The effects persisted over a three-month period following the training, says clinical psychologist Lorelei Simpson Rowe, lead author on the pilot study and an associate professor of psychology in Dedman College of Humanities and Sciences.

The research also found that those girls who had previously experienced dating violence reported lower levels of psychological aggression and psychological distress after completing the program, relative to girls in a comparison group.

“The virtual simulations allowed girls to practice being assertive in a realistic environment. The intent of the program is for the learning opportunity to increase the likelihood that they will use the skills in real life,” said Simpson Rowe, who also serves as graduate program co-director in the Department of Psychology. “Research has shown that skills are more likely to generalize if they are practiced in a realistic environment, so we used virtual reality to increase the realism.”

The training program, called “My Voice, My Choice,” emphasizes that victims do not invite sexual violence and that they have the right to stand up for themselves because violent or coercive behavior is never OK.

“It is very promising that learning resistance skills and practicing them in virtual simulations of coercive interactions could reduce the risk for later sexual victimization,” said Simpson Rowe.

She cautioned, however, that the research is preliminary and based on a small sample: 42 in the “My Voice, My Choice” condition and 36 in a control condition. Future research is needed to establish the benefits of the program across different age groups and populations, for example, college versus high school students.

The study’s strengths included its randomized controlled design and a high participant retention rate among the 78 teen girls in the study.

The virtual-reality simulation component of “My Voice, My Choice” utilizes a software program developed by study co-authors Ernest N. Jouriles and Renee McDonald in conjunction with the game design program in The Guildhall at SMU. Jouriles and McDonald are clinical psychologists in the SMU Psychology Department. Jouriles is professor and chair. McDonald is a professor and associate dean of research and academic affairs in Dedman College.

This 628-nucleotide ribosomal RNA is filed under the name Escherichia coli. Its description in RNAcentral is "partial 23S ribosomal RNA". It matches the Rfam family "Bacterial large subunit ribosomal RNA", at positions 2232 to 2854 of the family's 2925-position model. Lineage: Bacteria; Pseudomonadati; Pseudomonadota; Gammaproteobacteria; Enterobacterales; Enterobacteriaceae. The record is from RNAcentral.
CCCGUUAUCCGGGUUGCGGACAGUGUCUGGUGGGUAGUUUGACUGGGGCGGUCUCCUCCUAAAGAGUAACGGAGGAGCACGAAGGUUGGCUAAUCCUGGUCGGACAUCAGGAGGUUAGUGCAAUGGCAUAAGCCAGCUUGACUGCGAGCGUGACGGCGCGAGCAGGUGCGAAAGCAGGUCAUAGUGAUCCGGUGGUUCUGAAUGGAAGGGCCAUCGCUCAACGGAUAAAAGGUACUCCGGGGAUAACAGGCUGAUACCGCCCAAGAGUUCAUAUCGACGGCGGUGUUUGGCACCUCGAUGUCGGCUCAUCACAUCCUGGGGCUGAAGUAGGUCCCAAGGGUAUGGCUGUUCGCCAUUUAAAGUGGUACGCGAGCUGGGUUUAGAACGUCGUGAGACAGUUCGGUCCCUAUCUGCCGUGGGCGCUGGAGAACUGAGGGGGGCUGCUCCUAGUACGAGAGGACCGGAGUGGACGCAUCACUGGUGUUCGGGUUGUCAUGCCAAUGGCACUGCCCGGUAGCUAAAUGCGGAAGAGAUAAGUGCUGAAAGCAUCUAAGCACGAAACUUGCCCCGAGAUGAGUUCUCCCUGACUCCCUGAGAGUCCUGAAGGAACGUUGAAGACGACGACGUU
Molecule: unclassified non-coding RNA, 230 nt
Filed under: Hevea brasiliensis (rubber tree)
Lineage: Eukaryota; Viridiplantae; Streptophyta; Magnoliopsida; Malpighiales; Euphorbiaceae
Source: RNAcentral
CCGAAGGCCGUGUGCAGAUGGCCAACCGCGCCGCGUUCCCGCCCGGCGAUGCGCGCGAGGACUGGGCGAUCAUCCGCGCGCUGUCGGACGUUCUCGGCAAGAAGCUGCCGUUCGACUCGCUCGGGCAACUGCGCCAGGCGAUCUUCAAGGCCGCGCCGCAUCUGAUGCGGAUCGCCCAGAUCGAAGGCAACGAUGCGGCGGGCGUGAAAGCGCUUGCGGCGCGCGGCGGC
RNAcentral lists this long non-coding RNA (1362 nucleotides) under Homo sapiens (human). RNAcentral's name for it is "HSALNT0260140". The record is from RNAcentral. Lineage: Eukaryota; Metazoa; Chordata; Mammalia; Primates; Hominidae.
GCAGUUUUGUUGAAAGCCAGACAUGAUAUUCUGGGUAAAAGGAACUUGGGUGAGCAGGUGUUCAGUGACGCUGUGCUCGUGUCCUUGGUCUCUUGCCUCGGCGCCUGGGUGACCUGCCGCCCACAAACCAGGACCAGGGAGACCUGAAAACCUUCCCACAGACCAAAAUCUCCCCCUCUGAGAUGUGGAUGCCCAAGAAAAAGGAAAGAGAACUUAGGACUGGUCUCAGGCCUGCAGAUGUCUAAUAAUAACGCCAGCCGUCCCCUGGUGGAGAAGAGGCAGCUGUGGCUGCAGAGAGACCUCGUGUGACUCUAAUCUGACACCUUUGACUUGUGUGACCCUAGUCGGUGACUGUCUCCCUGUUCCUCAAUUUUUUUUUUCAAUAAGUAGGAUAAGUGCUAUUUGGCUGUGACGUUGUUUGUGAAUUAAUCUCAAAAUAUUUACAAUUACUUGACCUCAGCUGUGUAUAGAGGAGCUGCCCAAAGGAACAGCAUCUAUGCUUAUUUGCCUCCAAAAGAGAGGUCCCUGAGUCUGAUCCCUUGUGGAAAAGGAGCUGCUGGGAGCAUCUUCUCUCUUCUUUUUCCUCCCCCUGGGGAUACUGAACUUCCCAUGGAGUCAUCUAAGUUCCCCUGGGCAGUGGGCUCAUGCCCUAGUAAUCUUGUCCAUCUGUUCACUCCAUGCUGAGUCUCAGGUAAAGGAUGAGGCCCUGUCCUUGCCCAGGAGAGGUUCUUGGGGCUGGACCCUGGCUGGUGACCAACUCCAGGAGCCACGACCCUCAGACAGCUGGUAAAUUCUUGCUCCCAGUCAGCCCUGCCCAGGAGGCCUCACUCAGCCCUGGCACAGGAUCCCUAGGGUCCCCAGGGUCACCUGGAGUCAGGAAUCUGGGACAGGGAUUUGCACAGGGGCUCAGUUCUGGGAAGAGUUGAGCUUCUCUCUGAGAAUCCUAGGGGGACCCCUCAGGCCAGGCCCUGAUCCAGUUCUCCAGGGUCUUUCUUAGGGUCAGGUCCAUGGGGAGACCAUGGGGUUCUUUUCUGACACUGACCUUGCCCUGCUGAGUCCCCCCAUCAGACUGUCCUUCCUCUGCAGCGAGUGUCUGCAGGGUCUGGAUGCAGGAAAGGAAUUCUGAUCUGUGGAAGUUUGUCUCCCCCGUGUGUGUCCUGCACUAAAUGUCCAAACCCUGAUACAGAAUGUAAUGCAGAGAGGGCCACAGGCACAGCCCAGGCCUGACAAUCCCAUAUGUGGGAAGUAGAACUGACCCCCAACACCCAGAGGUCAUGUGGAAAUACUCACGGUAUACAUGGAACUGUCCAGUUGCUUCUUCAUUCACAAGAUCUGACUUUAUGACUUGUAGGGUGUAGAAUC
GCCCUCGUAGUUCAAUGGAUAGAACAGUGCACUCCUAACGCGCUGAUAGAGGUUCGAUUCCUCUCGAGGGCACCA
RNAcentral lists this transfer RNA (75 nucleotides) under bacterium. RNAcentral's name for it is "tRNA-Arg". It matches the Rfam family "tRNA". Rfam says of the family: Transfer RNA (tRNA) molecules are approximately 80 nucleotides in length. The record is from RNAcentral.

“One advantage the virtual simulations offer is the ability to actually observe whether, and how, the girls are using the skills in coercive situations that feel very real,” McDonald said. “This provides girls with opportunities for immediate feedback and accelerated learning, and for facilitators to easily spot areas in need of further strengthening. The value of this advantage can’t be overstated.”

One question that remains for future research is whether the practice in virtual simulations was the operative factor that reduced sexual victimization, Simpson Rowe said.

“We need to determine if practice in a virtual setting is the key factor in making the intervention effective, or if other factors, such as being encouraged to stand up for themselves, led to the outcomes,” she said.

The researchers reported their findings, “Reducing Sexual Victimization among Adolescent Girls: A Randomized Controlled Pilot Trial of My Voice, My Choice,” in the journal Behavior Therapy. The article has been published online in advance of print.

Written by Margaret Allen

> Read the full story from the SMU Research blog

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Artist collective Complex Movements, Public Theater’s Lear deBessonet win 2015 Meadows Prize

Artist collective Complex Movements, photo by Vanessa Miller

The artist collective Complex Movements is a recipient of SMU’s 6th annual Meadows Prize arts residency. Photo credit: Vanessa Miller

SMU’s Meadows School of the Arts has announced the recipients of its 6th annual Meadows Prize arts residency: the Detroit-based artist collective Complex Movements and Lear deBessonet, director of The Public Theater’s Public Works program in New York City.

The Meadows Prize is awarded to pioneering artists and creative professionals who are active in one or more disciplines represented by the academic units within the Meadows School.

Complex Movements is a Detroit-based artist collective developing interactive performance work that draws connections between complex science and social justice movements to support the transformation of communities. The group is comprised of graphic designer/fine artist Wesley Taylor; music producer/filmmaker Waajeed; lyricist/organizer Invincible; and multimedia artist/performance systems architect Carlos Garcia. Their work draws on multiple disciplines, including community organizing, design, music, architecture, storytelling, multimedia art and theater.

For their Meadows Prize project, Complex Movements will collaborate with the Dallas community and the Meadows School on a week-long residency in February, and return in October for a four-week engagement of Beware of the Dandelions in Dallas’s Fair Park.

Beware of the Dandelions is a performance-based installation that also functions as a workshop space and a visual arts exhibition. Participant activity occurs inside a 400-square-foot polyhedron pod structure designed in collaboration with Detroit-based architect Aaron Jones to create an immersive visual and sound experience. Through community collaboration and the interdisciplinary nature of the installation, Complex Movements seeks to raise the visibility of local issues and social justice-based art and activism.